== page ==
745 F2d 988 Johnson Cr v. American Airlines Inc D Johnson G

745 F.2d 988

36 Fair Empl.Prac.Cas. 321,
35 Empl. Prac. Dec. P 34,781, 53 USLW 2273,
17 Fed. R. Evid. Serv. 179

Joyce M. JOHNSON, As Executrix of the Estate of C.R.
Johnson, Deceased, Hubert L. Henderson, and Charles H. Cate,
For and in Behalf of Themselves and All Others Similarly
Situated, Plaintiffs-Appellants,
AMERICAN AIRLINES, INC., Defendant-Appellee.
Lucille D. JOHNSON, As Executrix of the Estate of Fred G.
Johnson, Deceased, Plaintiff-Appellant,
AMERICAN AIRLINES, INC., Defendant-Appellee.

No. 83-1610.

United States Court of Appeals,
Fifth Circuit.

Nov. 8, 1984.

Haley, Bader & Potts, Raymond C. Fay, Alan M. Serwer, Chicago, Ill., for plaintiffs-appellants.

Kilpatrick & Cody, G. Dean Booth, William H. Boice, Joseph W. Dorn, Atlanta, Ga., for defendant-appellee.

Appeal from the United States District Court for the Northern District of Texas.

Before GARZA, REAVLEY and JOHNSON, Circuit Judges.

REAVLEY, Circuit Judge:


Twenty-two employees of American Airlines brought an action against American alleging violation of the Age Discrimination in Employment Act (ADEA). 29 U.S.C. Secs. 621-634 (1982). The ADEA provides that,


It shall be unlawful for an employer--


(1) to fail or refuse to hire or to discharge any individual or otherwise discriminate against any individual with respect to his compensation, terms, conditions, or privileges of employment, because of such individual's age; [or]


(2) to limit, segregate, or classify his employees in any way which would deprive or tend to deprive any individual of employment opportunities or otherwise adversely affect his status as an employee, because of such individual's age;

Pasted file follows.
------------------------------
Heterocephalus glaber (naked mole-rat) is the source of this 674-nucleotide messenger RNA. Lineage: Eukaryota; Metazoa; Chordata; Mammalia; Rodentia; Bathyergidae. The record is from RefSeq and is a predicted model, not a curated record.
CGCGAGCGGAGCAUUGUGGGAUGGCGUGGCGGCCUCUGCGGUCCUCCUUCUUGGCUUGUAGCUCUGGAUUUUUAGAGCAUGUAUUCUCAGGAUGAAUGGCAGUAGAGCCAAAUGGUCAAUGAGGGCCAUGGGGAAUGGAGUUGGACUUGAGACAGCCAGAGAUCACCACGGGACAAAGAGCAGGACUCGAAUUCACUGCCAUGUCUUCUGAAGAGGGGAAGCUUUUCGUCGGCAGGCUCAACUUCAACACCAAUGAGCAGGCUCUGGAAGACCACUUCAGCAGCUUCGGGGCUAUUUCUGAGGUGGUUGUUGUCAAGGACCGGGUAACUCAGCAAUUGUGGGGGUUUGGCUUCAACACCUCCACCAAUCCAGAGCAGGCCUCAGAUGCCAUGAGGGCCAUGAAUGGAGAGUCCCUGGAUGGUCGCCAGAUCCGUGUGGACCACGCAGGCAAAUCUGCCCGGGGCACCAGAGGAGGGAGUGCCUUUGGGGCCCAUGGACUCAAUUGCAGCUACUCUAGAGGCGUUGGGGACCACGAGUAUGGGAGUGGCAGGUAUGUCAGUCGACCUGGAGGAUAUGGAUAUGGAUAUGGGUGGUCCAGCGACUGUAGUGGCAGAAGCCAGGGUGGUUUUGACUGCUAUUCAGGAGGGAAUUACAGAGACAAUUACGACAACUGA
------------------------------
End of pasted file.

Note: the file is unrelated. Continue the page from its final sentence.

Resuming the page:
29 U.S.C. Sec. 623(a) (1982). The district court dismissed plaintiffs' action upon a jury verdict in favor of American. We affirm.


The operating crew of most aircraft in American's fleet consists of a captain, copilot, and flight officer. The captain is in command of all aspects of the aircraft and its crew. The copilot is second in command and assists the captain in flying the aircraft. The flight officer monitors the aircraft's fuel, electrical, hydraulic and other systems before, during, and after the flight but does not do any piloting of the aircraft.


In 1964, as a result of the increased operational complexity of jet aircraft and an alarming number of American aircraft accidents in the early 1960's, American altered its cockpit crew training and hiring policies. The hiring policy adopted was to hire only future captains as flight officers1 and to require crew members to train and qualify for the next highest cockpit position, to which one would move in accordance with seniority and American's needs. Under this up-or-out policy, if a crew member is ever unable to progress to the next highest cockpit position, he or she must transfer to a noncockpit position or be terminated.


The present ADEA action arose as a result of the effect of American's up-or-out policy in conjunction with the so-called FAA age sixty rule. Under the age sixty rule, captains and copilots for commercial aircraft carriers are required to retire from these positions at age sixty. 14 C.F.R. Sec. 121.383(c) (1984). The age sixty rule does not apply to flight officers. However, because American's up-or-out policy requires flight officers to be capable of advancing to pilot positions and because pilots must retire at sixty, American's flight officers must also retire or transfer to noncockpit positions at age sixty.


Plaintiffs in this action are or were American flight crew members who desire to continue in the flight officer position after their sixtieth birthdays. Plaintiffs claim that American's refusal to employ them as flight officers violates the ADEA.